Big Lottery Fund
Printable version E-mail this to a friend

Lottery brightens lantern of hope for surgery children

The Big Lottery Fund will help put new light into the lives of children requiring cleft lip and palate surgery with a grant of £116,992 to White Lantern Film. Today’s grant is just one of 53 projects sharing in over £15.5 million in Reaching Communities funding to help those most in need.

The England-wide Spires project by White Lantern Film will focus on improving the level of care, support and understanding to help remove fear and concerns for the children and their families.

Each year around 1,000 children aged 7-11 have an alveolar bone graft (ABG) but currently there is no pre-operative or pastoral care information specifically aimed at children during this worrying time. White Lantern Film will work closely with children and The Spires Cleft Centre based in Salisbury to create a child friendly DVD, literature and a website to help them prepare for their operation and afterwards.

The Spires project will also develop peer support groups to help guide children and their families around managing their anxieties and preconceptions.   

Robert Sharp, Education Manager at White Lantern commented: “With an estimated 1,000 new referrals each year in England, The Spires Cleft Project will involve and inform thousands of children and families on an operation that will improve their lives. The project consists of a pioneering new documentary resource including the work of a world class animation studio.”

Help is also on the way today with £498,500 going to Action Duchenne Ltd for Takin’ Charge which aims to improve the life chances and opportunities for young men living with the incurable muscle wasting condition Duchenne Muscular Dystrophy (DMD).

Recently better care and new medical treatment has extended the life expectancy of young men from late teens to 30 years. However, support for learning and education for the young men has now moved at the same pace. Working with centres of excellence and appropriate accessible venues, a new e-learning programme will provide new opportunities for young men living with DMD throughout England. As part of Takin’ Charge, participants will be able to work towards a report which will be accredited as the equivalent of five GCSEs to allow them to progress on to the National Apprenticeship Scheme.

Nick Caitlin, CEO at Action Duchenne said: “Takin’ Charge will develop an e-portfolio and training programme that directly help young people living with Duchenne Muscular Dystrophy to become better prepared for life after school. By empowering young people themselves living with this very severe muscle wasting condition we aim to open up opportunities for Higher and Further Education, apprenticeships, independent living and employment. This grant will make a big difference to the quality of life for a group of young people with this rare genetic disease.”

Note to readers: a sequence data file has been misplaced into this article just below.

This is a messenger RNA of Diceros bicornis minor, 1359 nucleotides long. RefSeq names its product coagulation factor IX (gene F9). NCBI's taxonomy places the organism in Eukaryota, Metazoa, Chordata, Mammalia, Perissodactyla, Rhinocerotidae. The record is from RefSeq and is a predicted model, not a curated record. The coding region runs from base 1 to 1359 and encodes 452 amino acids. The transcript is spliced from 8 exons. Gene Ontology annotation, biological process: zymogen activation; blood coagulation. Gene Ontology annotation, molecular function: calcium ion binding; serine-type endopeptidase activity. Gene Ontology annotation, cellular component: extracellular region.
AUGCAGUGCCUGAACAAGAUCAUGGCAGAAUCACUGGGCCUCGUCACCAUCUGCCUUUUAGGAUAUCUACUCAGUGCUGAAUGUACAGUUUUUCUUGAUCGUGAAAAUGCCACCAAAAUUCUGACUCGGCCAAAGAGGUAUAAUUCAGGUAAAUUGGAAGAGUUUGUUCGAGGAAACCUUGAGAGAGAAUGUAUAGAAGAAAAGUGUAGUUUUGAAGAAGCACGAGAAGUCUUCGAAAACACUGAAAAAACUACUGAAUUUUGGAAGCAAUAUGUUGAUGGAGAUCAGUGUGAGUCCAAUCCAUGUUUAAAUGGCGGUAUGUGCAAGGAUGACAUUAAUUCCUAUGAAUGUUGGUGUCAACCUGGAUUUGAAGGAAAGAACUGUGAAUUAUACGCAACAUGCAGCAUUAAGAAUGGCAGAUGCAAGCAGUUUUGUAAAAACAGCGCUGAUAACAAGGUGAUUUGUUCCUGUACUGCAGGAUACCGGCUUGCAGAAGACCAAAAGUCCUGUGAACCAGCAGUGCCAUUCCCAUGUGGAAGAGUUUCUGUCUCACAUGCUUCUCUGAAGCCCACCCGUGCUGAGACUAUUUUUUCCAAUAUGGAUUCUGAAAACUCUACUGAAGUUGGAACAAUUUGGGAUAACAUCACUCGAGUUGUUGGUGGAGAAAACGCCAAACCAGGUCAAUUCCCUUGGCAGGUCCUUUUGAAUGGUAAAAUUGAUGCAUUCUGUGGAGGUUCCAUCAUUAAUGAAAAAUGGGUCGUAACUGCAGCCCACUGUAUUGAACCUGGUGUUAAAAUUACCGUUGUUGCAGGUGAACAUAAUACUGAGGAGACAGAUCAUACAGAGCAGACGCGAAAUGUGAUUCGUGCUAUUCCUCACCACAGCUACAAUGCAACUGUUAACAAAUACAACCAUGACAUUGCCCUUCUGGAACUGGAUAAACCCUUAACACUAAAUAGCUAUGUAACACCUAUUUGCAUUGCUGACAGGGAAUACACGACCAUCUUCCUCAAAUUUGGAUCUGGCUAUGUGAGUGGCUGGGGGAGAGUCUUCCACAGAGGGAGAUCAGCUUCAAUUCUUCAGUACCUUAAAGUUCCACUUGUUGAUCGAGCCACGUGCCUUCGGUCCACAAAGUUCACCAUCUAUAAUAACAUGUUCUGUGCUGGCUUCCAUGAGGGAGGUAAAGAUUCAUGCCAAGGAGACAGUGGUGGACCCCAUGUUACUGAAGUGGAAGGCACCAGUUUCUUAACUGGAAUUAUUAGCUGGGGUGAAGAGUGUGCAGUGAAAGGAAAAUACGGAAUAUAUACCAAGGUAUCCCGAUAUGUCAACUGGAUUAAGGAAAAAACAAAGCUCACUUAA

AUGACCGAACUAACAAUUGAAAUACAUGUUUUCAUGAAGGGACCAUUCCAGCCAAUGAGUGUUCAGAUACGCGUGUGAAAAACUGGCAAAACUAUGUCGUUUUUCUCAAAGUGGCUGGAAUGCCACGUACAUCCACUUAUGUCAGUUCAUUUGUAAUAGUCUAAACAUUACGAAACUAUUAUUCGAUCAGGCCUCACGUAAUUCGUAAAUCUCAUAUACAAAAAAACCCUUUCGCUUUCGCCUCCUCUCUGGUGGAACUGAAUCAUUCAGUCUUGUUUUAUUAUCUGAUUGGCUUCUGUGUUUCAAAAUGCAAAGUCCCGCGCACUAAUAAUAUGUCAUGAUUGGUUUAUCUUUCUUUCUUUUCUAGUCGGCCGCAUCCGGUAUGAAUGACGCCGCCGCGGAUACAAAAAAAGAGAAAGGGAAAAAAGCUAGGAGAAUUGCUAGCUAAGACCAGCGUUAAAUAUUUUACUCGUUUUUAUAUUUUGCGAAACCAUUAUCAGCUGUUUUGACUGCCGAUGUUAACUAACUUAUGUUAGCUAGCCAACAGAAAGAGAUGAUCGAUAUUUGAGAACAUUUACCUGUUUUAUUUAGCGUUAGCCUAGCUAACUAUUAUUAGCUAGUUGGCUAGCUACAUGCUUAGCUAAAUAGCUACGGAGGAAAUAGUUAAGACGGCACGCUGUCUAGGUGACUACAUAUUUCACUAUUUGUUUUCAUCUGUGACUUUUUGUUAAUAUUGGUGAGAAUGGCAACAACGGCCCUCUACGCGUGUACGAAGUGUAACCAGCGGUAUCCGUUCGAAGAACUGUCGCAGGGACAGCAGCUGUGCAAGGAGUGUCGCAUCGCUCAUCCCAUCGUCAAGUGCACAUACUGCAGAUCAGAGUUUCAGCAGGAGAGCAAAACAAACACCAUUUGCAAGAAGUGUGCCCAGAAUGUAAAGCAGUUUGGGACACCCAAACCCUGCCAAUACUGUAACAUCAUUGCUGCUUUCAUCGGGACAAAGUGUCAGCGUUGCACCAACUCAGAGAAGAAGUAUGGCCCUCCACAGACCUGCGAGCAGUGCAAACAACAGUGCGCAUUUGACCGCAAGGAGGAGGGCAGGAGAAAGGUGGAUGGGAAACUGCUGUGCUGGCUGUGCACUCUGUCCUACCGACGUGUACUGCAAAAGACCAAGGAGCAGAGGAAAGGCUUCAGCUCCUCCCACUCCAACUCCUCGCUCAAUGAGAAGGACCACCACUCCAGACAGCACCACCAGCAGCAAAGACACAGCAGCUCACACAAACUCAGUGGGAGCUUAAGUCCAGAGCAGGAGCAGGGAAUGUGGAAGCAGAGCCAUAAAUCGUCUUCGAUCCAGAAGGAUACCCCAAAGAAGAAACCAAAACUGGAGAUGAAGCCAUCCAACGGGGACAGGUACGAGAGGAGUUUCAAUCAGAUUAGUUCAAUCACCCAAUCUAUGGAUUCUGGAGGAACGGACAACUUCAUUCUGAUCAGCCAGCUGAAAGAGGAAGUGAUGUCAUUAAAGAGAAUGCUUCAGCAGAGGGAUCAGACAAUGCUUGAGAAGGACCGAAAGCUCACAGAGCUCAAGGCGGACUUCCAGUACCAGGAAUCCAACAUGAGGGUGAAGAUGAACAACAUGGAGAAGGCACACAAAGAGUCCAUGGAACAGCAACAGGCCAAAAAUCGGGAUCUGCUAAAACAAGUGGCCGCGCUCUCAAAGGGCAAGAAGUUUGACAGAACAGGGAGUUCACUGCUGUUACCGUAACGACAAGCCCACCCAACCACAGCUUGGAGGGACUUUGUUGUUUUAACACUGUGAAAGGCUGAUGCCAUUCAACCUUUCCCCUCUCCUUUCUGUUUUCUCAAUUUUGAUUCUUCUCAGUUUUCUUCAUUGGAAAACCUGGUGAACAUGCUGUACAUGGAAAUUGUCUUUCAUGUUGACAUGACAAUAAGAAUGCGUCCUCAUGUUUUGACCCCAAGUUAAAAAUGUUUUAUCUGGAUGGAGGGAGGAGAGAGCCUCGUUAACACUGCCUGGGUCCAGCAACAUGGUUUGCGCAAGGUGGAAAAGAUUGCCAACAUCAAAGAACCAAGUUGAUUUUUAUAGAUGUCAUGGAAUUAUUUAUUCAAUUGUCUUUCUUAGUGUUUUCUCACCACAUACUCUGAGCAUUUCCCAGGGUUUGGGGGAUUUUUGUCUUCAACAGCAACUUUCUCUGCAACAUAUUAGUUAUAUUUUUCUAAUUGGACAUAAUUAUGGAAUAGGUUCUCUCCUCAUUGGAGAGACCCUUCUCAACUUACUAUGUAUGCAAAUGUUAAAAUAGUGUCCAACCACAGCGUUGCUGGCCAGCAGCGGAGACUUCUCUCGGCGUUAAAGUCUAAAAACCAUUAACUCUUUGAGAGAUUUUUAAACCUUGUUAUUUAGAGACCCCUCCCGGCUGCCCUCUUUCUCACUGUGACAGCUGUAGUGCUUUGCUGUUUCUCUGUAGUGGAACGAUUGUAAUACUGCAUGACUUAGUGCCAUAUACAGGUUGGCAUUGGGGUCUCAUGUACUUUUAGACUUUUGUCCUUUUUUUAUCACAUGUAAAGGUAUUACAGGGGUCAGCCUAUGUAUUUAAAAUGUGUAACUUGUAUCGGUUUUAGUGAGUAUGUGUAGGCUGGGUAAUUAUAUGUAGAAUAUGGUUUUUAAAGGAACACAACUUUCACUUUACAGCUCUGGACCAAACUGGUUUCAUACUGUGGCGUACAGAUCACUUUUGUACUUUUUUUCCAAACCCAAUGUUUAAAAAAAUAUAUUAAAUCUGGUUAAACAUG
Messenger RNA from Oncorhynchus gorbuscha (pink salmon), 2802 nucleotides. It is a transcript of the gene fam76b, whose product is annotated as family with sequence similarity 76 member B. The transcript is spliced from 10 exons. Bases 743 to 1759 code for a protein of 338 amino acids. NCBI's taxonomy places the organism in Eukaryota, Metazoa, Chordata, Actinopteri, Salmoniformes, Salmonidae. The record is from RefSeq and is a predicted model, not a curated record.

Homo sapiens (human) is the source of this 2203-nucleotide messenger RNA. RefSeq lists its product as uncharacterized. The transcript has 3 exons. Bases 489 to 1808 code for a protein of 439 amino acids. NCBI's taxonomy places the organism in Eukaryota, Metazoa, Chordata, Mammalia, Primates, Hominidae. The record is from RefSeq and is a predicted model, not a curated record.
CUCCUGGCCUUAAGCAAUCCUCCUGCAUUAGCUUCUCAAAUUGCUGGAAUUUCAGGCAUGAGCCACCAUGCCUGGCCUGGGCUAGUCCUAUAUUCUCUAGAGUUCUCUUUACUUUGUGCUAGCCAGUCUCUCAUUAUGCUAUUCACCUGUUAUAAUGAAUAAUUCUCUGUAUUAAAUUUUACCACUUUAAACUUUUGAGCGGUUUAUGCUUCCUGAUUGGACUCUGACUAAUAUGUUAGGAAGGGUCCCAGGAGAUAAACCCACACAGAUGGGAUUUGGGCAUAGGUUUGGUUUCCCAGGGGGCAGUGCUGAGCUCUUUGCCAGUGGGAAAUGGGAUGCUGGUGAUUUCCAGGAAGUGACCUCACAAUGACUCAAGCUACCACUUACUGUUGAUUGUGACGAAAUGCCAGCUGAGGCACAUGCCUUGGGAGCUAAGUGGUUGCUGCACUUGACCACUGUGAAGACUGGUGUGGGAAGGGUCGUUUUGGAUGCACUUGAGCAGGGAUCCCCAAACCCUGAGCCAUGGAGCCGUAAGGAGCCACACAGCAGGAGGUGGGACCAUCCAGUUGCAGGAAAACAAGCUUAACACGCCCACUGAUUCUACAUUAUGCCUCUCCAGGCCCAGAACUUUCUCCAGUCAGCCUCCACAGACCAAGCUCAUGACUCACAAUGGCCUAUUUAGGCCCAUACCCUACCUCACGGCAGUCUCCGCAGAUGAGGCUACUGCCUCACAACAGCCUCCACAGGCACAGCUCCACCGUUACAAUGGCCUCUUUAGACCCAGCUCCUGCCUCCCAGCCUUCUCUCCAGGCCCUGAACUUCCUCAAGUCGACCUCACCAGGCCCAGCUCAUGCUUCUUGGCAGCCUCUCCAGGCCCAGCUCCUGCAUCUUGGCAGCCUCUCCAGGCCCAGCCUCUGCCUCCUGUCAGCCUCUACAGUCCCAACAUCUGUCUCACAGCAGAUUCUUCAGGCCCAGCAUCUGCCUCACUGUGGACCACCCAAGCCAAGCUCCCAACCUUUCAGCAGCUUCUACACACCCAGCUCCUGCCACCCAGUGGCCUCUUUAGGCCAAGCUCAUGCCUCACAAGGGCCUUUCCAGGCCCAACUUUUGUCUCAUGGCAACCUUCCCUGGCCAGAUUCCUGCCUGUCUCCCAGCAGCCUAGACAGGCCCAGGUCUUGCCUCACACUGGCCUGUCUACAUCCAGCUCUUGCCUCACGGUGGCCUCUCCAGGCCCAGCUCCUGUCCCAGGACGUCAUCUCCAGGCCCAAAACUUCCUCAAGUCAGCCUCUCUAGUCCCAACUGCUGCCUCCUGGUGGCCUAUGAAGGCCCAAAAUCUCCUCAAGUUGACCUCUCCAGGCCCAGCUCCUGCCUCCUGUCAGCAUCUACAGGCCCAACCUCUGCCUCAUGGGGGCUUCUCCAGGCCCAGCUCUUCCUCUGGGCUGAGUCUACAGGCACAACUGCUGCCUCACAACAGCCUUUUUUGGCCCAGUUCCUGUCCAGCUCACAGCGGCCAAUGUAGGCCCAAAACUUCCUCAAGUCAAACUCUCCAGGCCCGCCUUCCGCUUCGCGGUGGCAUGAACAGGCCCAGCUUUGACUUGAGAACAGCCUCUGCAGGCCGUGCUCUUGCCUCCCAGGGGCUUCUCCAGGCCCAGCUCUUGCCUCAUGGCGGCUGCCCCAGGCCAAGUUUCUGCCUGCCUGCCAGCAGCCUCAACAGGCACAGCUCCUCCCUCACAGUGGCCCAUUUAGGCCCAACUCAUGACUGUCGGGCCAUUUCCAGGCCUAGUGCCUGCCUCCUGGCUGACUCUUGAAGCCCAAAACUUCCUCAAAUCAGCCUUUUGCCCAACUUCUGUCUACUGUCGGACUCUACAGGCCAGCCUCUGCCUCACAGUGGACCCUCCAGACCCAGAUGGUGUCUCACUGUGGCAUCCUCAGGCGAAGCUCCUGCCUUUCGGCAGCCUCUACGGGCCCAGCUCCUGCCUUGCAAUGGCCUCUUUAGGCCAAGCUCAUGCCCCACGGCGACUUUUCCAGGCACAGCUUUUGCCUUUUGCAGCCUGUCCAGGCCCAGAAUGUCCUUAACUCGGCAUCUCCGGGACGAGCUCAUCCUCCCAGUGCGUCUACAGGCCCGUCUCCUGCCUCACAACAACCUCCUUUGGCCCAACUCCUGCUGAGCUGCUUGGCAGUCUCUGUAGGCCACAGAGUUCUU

Deafblind UK will create peer groups for deafblind people in three new regions, East Anglia, London and West Midlands, which currently do not have appropriate support to help individuals achieve greater independence and reduce their isolation. The £299,936 grant will be used for Community in Touch creating new Open Forums working in four cluster areas in each region opening up opportunities to new community activities.

Deafblind people will be actively encouraged to participate in creating their own peer groups and organising ongoing activities and events led by a steering group in each region. The aim is to have around ten members in each of the groups that will also work with the local authority sensory teams. Connections will be made with other established peer groups across the country who will guide them through setting up their own local member clusters.

Nat Sloane, Big Lottery Fund’s England Chair said, “In my new role at the Big Lottery Fund, it is refreshing to see how alive and innovative the voluntary sector is at creating and developing projects that make such a difference to individual lives and the communities that they live in. Today’s Reaching Communities grants showcase great work such as White Lantern Film which gives children about to experience a life changing operation much needed information that is easy for them to access and understand.”

For a full list of the projects receiving Reaching Communities funding today, Click here 

Further Information

Big Lottery Fund Press Office: 020 7211 1888     
Out of hours contact: 07867 500 572
Public Enquiries Line: 08454 102030                           
Textphone: 0845 6021 659

Full details of the Big Lottery Fund programmes and grant awards are available on the website:
Follow BIG on Twitter:

Notes to Editors

  • The Big Lottery Fund (BIG), the largest distributor of National Lottery good cause funding, is responsible for giving out 46% of the money raised for good causes by the National Lottery.
  • BIG is committed to bringing real improvements to communities and the lives of people most in need and has been rolling out grants to health, education, environment and charitable causes across the UK since June 2004. The Fund was formally established by Parliament on 1 December 2006.
  • Since the National Lottery began in 1994, 28p from every pound spent by the public has gone to good causes. As a result, over £25 billion has now been raised and more than 330,000 grants awarded across arts, sport, heritage, charities, health, education and the environment.

Embracing our differences